Most Syrians killed in unlawful conventional attacks, UN human rights panel says
“Arms transfers should not occur where there is a real risk that they will be used in the commission of crimes against humanity, violations of international humanitarian law, or war crimes. In Syria, this is a tragic reality,” Paulo Pinheiro, the chairman of the International Commission of Inquiry on Syria said as he introduced the report to the Human Rights Council.
He noted that failure to bring about a settlement to the conflict has led it to deepen in its intransigence and also to widen “expanding to new actors and to unimaginable crimes”.
As the fighting rages on, civilians continue to bear the brunt. In that context he noted civilians continue to face daily indiscriminate shelling and bombardment by Government forces, and that extremist anti-Government farmed groups have targeted civilians in attacks across the northern governorates.
The UN report on possible use of chemical weapons has not yet been made public, Mr. Pinheiro noted, but the latest diplomatic efforts in Geneva involving Russia and the United States aimed at removing the arsenal “may – may – form the bedrock of a broader negotiation leading to a political settlement of the conflict.”
Mr. Pinheiro, whose leads the Commission comprising of Karen AbuZayd, Carla del Ponte and Vitit Muntarbhorn, said the vast majority of the conflict’s casualties result from unlawful attacks using conventional weapons such as guns and mortars.
“The Government has continued its relentless campaign of air bombardment and artillery shelling across the country,” he said.
Since 15 July, the Commission documented unlawful attacks in 12 of the 14 governorates, with particularly intense shelling in the cities and surrounding areas of Damascus, Homs and Aleppo.
Cluster munitions continue to be dropped on civilian areas, notably in Idlib governorate, Mr. Pinheiro said highlighting some of the findings since the latest report produced by the Commission.
Those include an attack on a school in Awram al-Koubra, Aleppo countryside where the Syrian Government dropped an incendiary bomb on 26 August, according to accounts from survivors of the attack.
Eight students died in the blaze the followed with 50 others suffering fatal burns over up to 80 per cent of their bodies.
“There is no evidence of any opposition fighters or lawful targets near the school,” the Commission concluded.
Government forces have continued to launch attacks on medical personnel and hospitals, according to a separate paper, “Assault of Medical Care in Syria”.
“The discriminatory denial of the right to health as a weapon of war has been a chilling feature of this conflict,” the Commission reported, adding that the sanctity of medical care is disrespected and the sick and wounded are targeted.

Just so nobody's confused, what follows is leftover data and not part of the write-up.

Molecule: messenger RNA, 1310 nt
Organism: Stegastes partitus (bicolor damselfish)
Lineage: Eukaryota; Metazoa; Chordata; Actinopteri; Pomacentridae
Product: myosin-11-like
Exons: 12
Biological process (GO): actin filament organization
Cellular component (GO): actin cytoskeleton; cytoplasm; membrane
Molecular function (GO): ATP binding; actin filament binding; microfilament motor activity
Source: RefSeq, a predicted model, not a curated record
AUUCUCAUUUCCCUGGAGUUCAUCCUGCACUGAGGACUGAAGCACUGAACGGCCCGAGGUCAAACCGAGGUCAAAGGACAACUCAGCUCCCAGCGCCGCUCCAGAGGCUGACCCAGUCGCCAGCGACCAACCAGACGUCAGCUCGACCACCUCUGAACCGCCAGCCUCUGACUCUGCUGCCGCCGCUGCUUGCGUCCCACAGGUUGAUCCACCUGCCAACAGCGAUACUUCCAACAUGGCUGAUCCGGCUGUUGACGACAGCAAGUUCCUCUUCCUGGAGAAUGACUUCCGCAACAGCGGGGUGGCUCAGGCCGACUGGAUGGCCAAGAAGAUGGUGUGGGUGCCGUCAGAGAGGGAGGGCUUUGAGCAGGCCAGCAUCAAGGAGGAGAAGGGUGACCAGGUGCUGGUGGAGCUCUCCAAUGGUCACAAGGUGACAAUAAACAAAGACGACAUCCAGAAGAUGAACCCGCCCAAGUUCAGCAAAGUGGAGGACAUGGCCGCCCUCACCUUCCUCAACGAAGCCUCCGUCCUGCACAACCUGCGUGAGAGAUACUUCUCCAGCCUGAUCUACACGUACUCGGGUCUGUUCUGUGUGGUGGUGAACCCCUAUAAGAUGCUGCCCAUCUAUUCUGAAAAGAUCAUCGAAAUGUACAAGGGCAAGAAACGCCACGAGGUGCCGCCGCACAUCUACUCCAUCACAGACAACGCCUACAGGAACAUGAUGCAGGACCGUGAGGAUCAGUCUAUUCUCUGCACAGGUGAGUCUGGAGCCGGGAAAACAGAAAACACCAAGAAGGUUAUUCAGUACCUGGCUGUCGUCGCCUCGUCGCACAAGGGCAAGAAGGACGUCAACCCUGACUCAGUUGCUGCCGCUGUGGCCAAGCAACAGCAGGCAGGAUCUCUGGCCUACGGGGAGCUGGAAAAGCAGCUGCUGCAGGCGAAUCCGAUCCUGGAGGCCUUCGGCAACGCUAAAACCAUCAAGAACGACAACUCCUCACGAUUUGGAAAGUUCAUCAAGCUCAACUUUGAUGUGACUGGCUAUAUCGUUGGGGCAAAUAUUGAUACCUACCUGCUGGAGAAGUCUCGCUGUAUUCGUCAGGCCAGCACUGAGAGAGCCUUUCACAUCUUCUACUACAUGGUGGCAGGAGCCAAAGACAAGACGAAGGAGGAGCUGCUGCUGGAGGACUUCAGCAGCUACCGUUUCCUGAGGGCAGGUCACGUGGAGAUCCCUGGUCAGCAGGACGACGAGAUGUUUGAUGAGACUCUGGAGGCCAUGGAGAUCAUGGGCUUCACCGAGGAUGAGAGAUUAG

Attacks on hospitals have occurred as recently as 12 September, when Government planes attacked a field hospital near Aleppo city, reportedly killing 11 people, and wounding dozens more.
Anti-Government armed groups also launched attacks on medical personnel and hospitals, the Commission established. On 16 August, fighters affiliated to Jabhat Al Nusra and Islamic State of Iraq and Al-Sham attacked a Kurdish Red Crescent ambulance in Aleppo governorate killing the driver, a patient and a paramedic.
Syria has become an increasingly dangerous place for journalists to work, Mr. Pinheiro said, noting a “disturbing pattern of harassment, arrest and detention” of journalists, especially foreigners.
In the last six weeks, reports have been received of journalists kidnapped by extremist anti-Government armed groups.
The head of the Commission also noted an “upsurge in crimes and abuses” across northern Syria committed by extremist anti-Government armed groups along with an influx of foreign fighters, in particular Al Muhajireen.
Hundreds of Kurdish civilians in northern Aleppo, Al Raqqah and Al Hasakah have been taken hostage by extremist anti-Government armed groups in connection with prisoner exchanges, according to Mr. Pinheiro.
In his statement, he also highlighted the deteriorating humanitarian conditions, particularly in the Syrian Kurdish areas, and the impact of hostilities on the socio-economic rights of Syrians.
Established by the UN Human Rights Council in 2011, the Commission is mandated to investigate and record all violations of international human rights law during the Syria conflict.
The Commission is due to make public on Wednesday its latest report based on 258 interviews and other evidence collected during the two-month period between 15 May and 15 July 2013.